ABOVE PHOTO: Howard Hesseman arrives at the International Myeloma Foundation 7th Annual Comedy Celebration at The Wilshire Ebell Theatre on Saturday, Nov. 9, 2013, in Los Angeles. Hesseman, who played the radio disc jockey Johnny Fever on the sitcom “WKRP in Cincinnati” and the actor-turned-history teacher Charlie Moore on “Head of the Class,” has died at age 81. Hesseman died Saturday, Jan. 29, 2022, in Los Angeles due to complications from colon surgery, his manager Robbie Kass said Sunday. (Photo by Richard Shotwell/Invision/AP, File)
By Jake Coyle
NEW YORK — Howard Hesseman, who played the radio disc jockey Dr. Johnny Fever on the sitcom “WKRP in Cincinnati” and the actor-turned-history teacher Charlie Moore on “Head of the Class,” has died. He was 81.
Hesseman died Saturday in Los Angeles due to complications from colon surgery, his manager Robbie Kass said Sunday.
Hesseman, who had himself been a radio DJ in the ‘60s, earned two Emmy nominations for playing Johnny Fever on CBS’ “WKRP in Cincinnati,” which ran for four seasons from 1978-1982. The role made Hesseman a counterculture icon at a time when few hippie characters made it onto network television.
In the first episode, Dr. Johnny Fever announces the station’s changeover from elevator music to rock ’n roll with a record scratch and a proclamation.
“All right Cincinnati, it’s time for this town to get down! You got Johnny, Dr. Johnny Fever, and I am burning up in here. We’re all in critical condition, babies, but you can tell me where it hurts because I got the healing prescription here from the big KRP musical medicine cabinet. Now, I am talking about your 50,000-watt intensive care unit, babies!”
As he readied for one of three “Saturday Night Live” hosting gigs, Hesseman told The New York Times in 1979 that the character made network executives nervous. In one episode, Johnny Fever is given an on-air sobriety test after being given alcohol, only his reaction time keeps improving.
“I think maybe Johnny smokes a little marijuana, drinks beer and wine, and maybe a little hard liquor,” Hesseman said. “And on one of those hard mornings at the station, he might take what for many years was referred to as a diet pill. But he is a moderate user of soft drugs, specifically marijuana.”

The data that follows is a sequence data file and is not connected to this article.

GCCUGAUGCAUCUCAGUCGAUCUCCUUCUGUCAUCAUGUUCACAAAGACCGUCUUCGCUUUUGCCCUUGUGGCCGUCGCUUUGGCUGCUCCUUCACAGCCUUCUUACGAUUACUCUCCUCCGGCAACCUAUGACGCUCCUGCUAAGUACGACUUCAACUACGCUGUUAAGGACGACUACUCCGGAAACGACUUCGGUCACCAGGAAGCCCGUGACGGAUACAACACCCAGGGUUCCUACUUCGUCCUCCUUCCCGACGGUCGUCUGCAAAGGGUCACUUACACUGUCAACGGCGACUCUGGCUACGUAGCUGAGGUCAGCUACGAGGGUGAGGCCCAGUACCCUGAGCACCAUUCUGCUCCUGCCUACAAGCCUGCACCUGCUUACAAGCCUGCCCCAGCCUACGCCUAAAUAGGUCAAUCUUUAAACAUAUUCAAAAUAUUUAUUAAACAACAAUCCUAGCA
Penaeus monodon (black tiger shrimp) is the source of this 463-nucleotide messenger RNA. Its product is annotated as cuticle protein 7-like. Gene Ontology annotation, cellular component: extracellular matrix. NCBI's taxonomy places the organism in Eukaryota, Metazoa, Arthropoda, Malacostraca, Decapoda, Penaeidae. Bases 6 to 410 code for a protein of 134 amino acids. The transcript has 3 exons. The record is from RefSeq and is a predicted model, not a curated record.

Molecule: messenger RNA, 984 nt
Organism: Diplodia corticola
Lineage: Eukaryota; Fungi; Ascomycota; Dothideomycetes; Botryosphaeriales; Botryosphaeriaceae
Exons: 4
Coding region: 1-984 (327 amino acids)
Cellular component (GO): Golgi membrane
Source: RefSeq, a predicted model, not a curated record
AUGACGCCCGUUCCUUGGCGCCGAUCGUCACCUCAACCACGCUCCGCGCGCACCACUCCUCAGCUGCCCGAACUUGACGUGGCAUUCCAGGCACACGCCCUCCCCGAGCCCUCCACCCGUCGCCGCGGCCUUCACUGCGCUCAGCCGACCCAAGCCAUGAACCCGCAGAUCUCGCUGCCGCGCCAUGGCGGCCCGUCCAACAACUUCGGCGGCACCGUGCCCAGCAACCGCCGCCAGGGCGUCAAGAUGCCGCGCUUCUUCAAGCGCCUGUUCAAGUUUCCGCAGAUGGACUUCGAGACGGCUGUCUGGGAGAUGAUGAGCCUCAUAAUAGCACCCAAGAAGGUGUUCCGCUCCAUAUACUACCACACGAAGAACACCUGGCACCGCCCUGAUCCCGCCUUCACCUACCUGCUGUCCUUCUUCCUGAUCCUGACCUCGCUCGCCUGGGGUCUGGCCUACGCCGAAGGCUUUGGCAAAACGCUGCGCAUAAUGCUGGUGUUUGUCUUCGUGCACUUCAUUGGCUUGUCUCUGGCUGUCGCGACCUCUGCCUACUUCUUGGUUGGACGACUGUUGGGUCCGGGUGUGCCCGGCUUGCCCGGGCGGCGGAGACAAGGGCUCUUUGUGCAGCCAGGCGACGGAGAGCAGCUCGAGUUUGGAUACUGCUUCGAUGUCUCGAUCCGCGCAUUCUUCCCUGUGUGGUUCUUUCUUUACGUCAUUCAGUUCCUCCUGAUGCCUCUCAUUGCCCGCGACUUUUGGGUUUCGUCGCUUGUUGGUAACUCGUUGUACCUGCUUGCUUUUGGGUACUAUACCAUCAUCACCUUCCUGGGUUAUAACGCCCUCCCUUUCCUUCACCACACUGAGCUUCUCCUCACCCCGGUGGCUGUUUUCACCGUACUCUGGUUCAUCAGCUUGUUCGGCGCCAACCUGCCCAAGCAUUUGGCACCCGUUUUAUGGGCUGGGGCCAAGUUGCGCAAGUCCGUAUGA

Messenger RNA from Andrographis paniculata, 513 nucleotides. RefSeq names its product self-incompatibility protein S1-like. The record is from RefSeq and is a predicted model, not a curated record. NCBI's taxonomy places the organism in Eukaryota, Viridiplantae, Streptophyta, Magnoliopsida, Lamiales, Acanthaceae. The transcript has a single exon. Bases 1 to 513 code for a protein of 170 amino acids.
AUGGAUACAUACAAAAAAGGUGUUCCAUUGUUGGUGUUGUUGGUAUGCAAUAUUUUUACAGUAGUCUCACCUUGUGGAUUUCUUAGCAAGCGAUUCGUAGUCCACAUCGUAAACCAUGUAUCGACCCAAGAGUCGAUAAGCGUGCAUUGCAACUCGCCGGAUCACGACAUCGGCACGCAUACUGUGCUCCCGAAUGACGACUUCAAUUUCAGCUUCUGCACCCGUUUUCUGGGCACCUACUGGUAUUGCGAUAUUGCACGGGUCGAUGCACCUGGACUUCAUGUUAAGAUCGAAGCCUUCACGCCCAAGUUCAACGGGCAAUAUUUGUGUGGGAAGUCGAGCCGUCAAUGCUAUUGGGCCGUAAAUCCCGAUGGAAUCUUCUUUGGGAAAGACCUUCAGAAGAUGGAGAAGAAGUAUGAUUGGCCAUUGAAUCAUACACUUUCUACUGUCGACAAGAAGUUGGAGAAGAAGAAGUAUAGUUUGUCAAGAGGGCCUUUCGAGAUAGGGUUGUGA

Hesseman played a hippie in one of his first roles, on “Dragnet,” in 1967, and also in the 1968 Richard Lester film “Petulia.” Born in Lebanon, Oregon, Hesseman wasn’t so disconnected from some of the characters he played. In 1983, he told People magazine that he had conducted “pharmaceutical experiments in recreational chemistry.” In 1963, he was jailed in San Francisco for selling marijuana.
Initially performing under the name Don Sturdy, Hesseman started out as a member of the San Francisco improv group The Committee, which regularly performed at antiwar and civil rights protests.
At the time, he also moonlighted on Saturdays as the disk jockey for the San Francisco rock-and-roll station KMPX. Later on, “WKRP in Cincinnati” Hesseman often ad-libbed his on-air banter.
“Impossible to overstate Howard Hesseman’s influence on his and subsequent generations of improvisors,” said the actor and comedian Michael McKean on Twitter. He recalled first seeing Hesseman in 1971 with The Committee. “I saw that he was the real deal.”
Hesseman appeared briefly but memorably with McKean in the 1984 rockumentary “This Is Spinal Tap” as Terry Ladd, manager to the rock superstar Duke Fame. He frankly ends a conversation: “We’d love to stay and chat but we’re going to sit in the lobby and wait for the limo.”
“Howard was eloquent…stylish…and hilarious,” said Loni Anderson, Hesseman’s friend of 40 years and co-star on “WKRP in Cincinnati.” “My favorite Howard sign-off…a quote by Louis Armstrong…‘Jazz is what you are.’ And now Howard, forever missed is just what you are.”
In the ABC sitcom “Head of the Class,” which debuted in 1986, Hesseman played a teacher to a diverse group of students in a classroom where the dialogue was often notably progressive in the 1980s of Ronald Reagan. Hesseman was sometimes critical of the show — co-created by political activist and writer Michael Elias — not being as adventurous as he had hoped it would be. He departed after four seasons and was replaced by Billy Connolly in the fifth and final season.
“Part of me says, ‘Is that all there is? A television series?’ Obviously not. I could go on stage or scratch my way into the movies,” Hesseman said in a 1989 interview. “But how many movies are made that you want to be a part of? And how many want you? There is a certain kind of ‘for-rent’ sign on my forehead. I’m an actor and I like to work.”
A prolific character actor, Hesseman’s credits also included “The Andy Griffith Show,” “One Day at a Time,” “The Rockford Files,” “Laverne and Shirley” and “The Bob Newhart Show.” More recently, he made appearances on “That 70’s Show,” “Fresh Off the Boat,” “House” and “Boston Legal.” Films included “Police Academy 2: Their First Assignment,” “About Schmidt,” “This Is Spinal Tap” and “The Rocker.”
Hesseman is survived by actor and acting teacher Caroline Ducrocq, his wife.
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